With his deep, rough-hewn voice and easy confidence with lyrics about bad behavior and lives gone wrong, Mark Lanegan doesn't seem like the kind of guy you would invite to your next party, unless you wanted to bum out uninvited guests. Which is why 2019's Somebody's Knocking is something of a surprise coming from Lanegan; thematically, it's no cheerier than most of his work, but most of the time it has a good beat and you can dance to it, even if the folks on the dancefloor aren't laughing a lot. Like most of his releases credited to the Mark Lanegan Band, Somebody's Knocking finds him collaborating with Alain Johannes and Rob Marshall, who play most of the instruments -- Johannes is also credited as producer -- and this time Lanegan's unlikely fascination with electronics and dance music dominates the set. Clean keyboard lines and the steady pulse of programmed percussion are the foundation of "Dark Disco Jag," "Penthouse High," and "War Horse," even as Lanegan's singing reflects his raw and blues-infused vocal trademark. And while "Disbelief Suspension," "Night Flight to Kabul," and "Stitch It Up" sound bigger, harder, and more rock-oriented, they're all designed around grooves that would make any misanthrope worth their salt shake their money maker, with "Little Nero" on hand as the slow dance for late in the evening. More than a few of Lanegan's longtime fans will be puzzled by his transformation into the party animal of the dark side, but his vocals are typically strong, and he sounds fully engaged with the material, happy to be visiting the VIP section of the Place Where Nothing Living Goes, and he's excited and challenged in a way he's hasn't sounded in a while. You won't want to spike the punch too much if Lanegan comes to your next dance party, but Somebody's Knocking shows he most definitely knows how to have a good time in his own way.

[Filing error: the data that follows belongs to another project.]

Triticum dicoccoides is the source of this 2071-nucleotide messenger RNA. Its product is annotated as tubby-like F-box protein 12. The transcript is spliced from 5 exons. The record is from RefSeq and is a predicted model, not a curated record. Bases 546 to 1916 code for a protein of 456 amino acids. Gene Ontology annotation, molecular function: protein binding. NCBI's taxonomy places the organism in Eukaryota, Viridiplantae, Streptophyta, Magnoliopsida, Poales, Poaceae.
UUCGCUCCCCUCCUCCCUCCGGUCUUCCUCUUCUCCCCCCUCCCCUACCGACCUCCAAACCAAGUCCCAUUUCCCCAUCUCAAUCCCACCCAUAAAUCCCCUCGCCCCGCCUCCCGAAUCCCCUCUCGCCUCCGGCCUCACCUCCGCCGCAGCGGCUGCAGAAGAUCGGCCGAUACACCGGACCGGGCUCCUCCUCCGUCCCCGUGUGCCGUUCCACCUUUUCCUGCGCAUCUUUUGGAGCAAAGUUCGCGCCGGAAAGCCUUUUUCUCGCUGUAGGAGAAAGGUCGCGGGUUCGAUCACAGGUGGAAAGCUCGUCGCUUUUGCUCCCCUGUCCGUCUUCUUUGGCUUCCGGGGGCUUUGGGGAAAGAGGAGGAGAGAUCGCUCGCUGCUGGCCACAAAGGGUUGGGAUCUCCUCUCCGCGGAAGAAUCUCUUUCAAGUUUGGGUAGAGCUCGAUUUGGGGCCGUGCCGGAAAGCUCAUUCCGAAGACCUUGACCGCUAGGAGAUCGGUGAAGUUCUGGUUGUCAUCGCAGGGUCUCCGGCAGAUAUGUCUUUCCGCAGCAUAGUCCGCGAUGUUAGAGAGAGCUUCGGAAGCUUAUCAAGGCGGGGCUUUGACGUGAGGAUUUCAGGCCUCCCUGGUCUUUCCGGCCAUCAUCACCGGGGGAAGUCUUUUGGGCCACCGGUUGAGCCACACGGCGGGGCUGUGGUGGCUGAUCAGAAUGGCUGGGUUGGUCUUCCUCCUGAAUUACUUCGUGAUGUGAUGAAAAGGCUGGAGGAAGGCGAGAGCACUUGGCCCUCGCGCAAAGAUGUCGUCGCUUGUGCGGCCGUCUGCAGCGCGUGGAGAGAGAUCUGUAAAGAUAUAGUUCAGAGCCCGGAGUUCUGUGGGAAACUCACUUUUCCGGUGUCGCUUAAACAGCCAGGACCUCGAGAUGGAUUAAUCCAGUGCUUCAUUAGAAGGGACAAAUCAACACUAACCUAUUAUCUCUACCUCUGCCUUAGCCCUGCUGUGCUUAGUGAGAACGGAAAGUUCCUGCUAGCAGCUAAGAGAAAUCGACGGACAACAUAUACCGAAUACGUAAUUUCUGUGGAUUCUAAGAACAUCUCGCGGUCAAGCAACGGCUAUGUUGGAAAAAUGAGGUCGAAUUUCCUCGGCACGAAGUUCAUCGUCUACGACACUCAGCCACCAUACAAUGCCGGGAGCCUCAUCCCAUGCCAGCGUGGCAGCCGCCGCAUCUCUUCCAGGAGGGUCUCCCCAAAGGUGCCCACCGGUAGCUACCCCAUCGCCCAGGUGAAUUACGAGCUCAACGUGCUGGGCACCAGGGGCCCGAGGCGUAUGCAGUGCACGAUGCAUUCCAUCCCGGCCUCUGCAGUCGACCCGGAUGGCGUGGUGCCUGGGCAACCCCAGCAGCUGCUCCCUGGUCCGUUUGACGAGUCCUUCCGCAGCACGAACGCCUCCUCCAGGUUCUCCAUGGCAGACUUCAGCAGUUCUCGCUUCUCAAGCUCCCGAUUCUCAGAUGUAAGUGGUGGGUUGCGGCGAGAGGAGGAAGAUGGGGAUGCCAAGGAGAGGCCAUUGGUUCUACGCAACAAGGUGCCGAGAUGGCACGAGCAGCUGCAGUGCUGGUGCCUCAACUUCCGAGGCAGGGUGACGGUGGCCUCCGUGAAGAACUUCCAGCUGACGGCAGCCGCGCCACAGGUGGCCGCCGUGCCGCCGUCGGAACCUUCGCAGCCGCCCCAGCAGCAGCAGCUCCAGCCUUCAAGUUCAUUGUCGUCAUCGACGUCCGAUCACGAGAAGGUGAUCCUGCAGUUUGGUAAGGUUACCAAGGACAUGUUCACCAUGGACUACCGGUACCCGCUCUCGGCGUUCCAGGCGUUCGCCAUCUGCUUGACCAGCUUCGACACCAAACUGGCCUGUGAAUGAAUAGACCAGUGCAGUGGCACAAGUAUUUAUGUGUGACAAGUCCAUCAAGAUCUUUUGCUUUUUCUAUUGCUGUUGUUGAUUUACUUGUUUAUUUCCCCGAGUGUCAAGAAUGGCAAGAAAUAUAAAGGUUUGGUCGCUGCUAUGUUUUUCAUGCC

AllMusic Review by Mark Deming